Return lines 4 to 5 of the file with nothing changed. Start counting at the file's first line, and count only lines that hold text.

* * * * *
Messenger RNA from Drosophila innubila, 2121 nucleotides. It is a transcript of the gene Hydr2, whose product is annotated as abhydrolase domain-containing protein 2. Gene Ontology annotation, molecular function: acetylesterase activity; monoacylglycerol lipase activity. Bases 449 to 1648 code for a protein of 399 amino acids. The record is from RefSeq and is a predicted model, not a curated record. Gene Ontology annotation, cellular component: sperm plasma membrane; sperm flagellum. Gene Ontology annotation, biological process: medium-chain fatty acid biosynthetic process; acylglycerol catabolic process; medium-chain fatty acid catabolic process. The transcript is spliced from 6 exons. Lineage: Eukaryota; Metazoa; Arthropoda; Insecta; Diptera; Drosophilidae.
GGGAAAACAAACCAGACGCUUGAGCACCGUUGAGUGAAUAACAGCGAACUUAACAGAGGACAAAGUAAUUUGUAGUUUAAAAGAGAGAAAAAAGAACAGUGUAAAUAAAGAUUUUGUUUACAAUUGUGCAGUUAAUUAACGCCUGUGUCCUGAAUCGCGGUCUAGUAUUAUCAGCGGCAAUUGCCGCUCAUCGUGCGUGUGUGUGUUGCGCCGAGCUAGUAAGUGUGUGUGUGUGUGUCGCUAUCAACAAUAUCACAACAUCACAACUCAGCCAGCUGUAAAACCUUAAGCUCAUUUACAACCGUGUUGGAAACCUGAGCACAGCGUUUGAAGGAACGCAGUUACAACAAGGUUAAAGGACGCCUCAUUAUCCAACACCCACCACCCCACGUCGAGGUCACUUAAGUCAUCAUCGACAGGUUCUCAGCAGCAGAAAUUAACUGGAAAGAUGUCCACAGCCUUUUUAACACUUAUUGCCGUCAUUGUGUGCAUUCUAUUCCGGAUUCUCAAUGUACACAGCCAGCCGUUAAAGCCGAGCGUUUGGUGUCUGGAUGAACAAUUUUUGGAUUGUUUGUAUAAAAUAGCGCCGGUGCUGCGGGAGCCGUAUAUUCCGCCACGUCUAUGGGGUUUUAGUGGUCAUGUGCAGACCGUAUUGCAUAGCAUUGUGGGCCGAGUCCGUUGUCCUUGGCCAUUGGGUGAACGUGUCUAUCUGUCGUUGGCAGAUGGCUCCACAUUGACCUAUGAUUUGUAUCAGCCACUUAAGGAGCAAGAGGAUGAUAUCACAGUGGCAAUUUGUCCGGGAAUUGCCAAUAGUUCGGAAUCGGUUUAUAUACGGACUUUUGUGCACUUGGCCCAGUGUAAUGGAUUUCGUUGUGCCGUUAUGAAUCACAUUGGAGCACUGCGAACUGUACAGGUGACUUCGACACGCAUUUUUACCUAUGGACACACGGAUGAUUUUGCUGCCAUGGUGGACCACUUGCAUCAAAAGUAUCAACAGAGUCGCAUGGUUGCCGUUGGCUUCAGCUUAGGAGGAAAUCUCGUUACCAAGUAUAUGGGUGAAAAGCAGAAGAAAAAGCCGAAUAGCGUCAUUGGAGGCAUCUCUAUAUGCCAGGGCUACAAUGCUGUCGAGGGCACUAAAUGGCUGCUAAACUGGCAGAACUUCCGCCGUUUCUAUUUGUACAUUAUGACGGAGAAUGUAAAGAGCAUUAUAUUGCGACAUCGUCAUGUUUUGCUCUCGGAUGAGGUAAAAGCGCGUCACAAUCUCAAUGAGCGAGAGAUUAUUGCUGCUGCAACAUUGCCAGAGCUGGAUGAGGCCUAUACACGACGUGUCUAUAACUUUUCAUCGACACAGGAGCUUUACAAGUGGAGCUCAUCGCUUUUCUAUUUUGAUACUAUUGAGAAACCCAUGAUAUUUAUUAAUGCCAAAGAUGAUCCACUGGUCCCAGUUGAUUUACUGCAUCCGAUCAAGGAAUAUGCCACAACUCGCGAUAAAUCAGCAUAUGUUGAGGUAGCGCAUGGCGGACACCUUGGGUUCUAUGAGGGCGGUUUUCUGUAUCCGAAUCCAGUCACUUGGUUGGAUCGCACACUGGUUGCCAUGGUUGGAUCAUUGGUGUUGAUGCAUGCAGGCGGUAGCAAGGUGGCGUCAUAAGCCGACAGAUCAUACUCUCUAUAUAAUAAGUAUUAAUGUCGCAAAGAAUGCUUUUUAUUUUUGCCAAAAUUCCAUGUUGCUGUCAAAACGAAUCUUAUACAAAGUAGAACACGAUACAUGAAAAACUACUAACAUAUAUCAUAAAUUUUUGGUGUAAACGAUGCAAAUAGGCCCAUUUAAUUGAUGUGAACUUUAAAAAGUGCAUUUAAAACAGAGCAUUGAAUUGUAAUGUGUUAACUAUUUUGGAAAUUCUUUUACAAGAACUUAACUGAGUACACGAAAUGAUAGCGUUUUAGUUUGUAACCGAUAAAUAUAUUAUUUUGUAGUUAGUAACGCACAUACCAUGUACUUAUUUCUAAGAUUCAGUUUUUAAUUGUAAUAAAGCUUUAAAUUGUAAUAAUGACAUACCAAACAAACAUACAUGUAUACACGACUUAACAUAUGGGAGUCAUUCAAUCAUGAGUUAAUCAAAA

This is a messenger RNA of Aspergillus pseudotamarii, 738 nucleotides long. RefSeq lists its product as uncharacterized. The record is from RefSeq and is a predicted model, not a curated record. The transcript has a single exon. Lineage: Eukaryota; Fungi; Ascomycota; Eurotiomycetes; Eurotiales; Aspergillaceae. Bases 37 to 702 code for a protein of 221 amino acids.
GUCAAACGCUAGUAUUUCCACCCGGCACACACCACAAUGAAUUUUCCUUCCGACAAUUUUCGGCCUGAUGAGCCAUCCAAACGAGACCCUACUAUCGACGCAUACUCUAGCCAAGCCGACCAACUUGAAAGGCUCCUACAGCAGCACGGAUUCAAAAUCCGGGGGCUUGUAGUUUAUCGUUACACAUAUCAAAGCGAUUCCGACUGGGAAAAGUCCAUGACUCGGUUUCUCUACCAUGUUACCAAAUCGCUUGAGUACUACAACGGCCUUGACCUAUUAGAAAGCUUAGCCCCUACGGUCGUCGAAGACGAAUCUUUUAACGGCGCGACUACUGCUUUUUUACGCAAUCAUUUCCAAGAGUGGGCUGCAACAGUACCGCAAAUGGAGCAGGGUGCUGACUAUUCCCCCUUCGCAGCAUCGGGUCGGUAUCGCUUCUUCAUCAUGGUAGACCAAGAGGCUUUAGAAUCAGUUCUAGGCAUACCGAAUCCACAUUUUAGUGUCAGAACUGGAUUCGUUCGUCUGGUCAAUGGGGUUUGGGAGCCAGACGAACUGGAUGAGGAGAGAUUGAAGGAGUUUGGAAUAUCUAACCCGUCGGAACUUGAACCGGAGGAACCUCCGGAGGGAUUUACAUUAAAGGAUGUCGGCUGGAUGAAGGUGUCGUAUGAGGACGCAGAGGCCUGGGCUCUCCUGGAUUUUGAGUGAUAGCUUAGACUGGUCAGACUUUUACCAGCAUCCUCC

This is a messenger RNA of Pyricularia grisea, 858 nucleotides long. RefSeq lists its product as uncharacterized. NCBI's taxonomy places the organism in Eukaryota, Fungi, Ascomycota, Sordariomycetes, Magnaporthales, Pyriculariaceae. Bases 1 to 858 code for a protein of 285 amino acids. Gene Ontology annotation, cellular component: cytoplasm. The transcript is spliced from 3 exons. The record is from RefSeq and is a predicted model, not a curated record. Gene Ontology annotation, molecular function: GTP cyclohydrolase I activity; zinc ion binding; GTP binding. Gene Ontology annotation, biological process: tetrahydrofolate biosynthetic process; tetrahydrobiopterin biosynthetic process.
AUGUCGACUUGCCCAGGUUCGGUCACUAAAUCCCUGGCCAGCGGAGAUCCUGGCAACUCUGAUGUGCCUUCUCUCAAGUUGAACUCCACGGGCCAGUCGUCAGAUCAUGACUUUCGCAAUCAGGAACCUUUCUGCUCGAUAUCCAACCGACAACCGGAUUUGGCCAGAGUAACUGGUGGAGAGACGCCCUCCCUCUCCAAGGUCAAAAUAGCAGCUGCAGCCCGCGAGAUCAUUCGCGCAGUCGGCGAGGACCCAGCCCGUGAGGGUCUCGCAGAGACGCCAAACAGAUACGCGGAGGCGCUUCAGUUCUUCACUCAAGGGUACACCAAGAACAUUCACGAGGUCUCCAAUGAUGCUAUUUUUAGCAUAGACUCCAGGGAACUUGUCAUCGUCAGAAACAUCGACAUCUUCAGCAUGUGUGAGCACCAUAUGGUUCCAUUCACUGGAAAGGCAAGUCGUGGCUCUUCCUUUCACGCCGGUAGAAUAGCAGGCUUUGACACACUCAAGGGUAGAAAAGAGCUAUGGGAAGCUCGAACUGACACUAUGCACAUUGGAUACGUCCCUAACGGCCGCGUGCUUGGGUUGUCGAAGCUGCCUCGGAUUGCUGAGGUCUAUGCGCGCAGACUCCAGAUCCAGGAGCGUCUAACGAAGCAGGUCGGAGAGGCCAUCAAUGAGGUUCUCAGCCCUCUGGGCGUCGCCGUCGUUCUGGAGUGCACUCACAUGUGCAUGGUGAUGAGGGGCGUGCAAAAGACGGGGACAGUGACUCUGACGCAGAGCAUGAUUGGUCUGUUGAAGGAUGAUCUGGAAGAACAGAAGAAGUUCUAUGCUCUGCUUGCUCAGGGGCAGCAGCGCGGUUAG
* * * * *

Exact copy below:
GUCAAACGCUAGUAUUUCCACCCGGCACACACCACAAUGAAUUUUCCUUCCGACAAUUUUCGGCCUGAUGAGCCAUCCAAACGAGACCCUACUAUCGACGCAUACUCUAGCCAAGCCGACCAACUUGAAAGGCUCCUACAGCAGCACGGAUUCAAAAUCCGGGGGCUUGUAGUUUAUCGUUACACAUAUCAAAGCGAUUCCGACUGGGAAAAGUCCAUGACUCGGUUUCUCUACCAUGUUACCAAAUCGCUUGAGUACUACAACGGCCUUGACCUAUUAGAAAGCUUAGCCCCUACGGUCGUCGAAGACGAAUCUUUUAACGGCGCGACUACUGCUUUUUUACGCAAUCAUUUCCAAGAGUGGGCUGCAACAGUACCGCAAAUGGAGCAGGGUGCUGACUAUUCCCCCUUCGCAGCAUCGGGUCGGUAUCGCUUCUUCAUCAUGGUAGACCAAGAGGCUUUAGAAUCAGUUCUAGGCAUACCGAAUCCACAUUUUAGUGUCAGAACUGGAUUCGUUCGUCUGGUCAAUGGGGUUUGGGAGCCAGACGAACUGGAUGAGGAGAGAUUGAAGGAGUUUGGAAUAUCUAACCCGUCGGAACUUGAACCGGAGGAACCUCCGGAGGGAUUUACAUUAAAGGAUGUCGGCUGGAUGAAGGUGUCGUAUGAGGACGCAGAGGCCUGGGCUCUCCUGGAUUUUGAGUGAUAGCUUAGACUGGUCAGACUUUUACCAGCAUCCUCC

This is a messenger RNA of Pyricularia grisea, 858 nucleotides long. RefSeq lists its product as uncharacterized. NCBI's taxonomy places the organism in Eukaryota, Fungi, Ascomycota, Sordariomycetes, Magnaporthales, Pyriculariaceae. Bases 1 to 858 code for a protein of 285 amino acids. Gene Ontology annotation, cellular component: cytoplasm. The transcript is spliced from 3 exons. The record is from RefSeq and is a predicted model, not a curated record. Gene Ontology annotation, molecular function: GTP cyclohydrolase I activity; zinc ion binding; GTP binding. Gene Ontology annotation, biological process: tetrahydrofolate biosynthetic process; tetrahydrobiopterin biosynthetic process.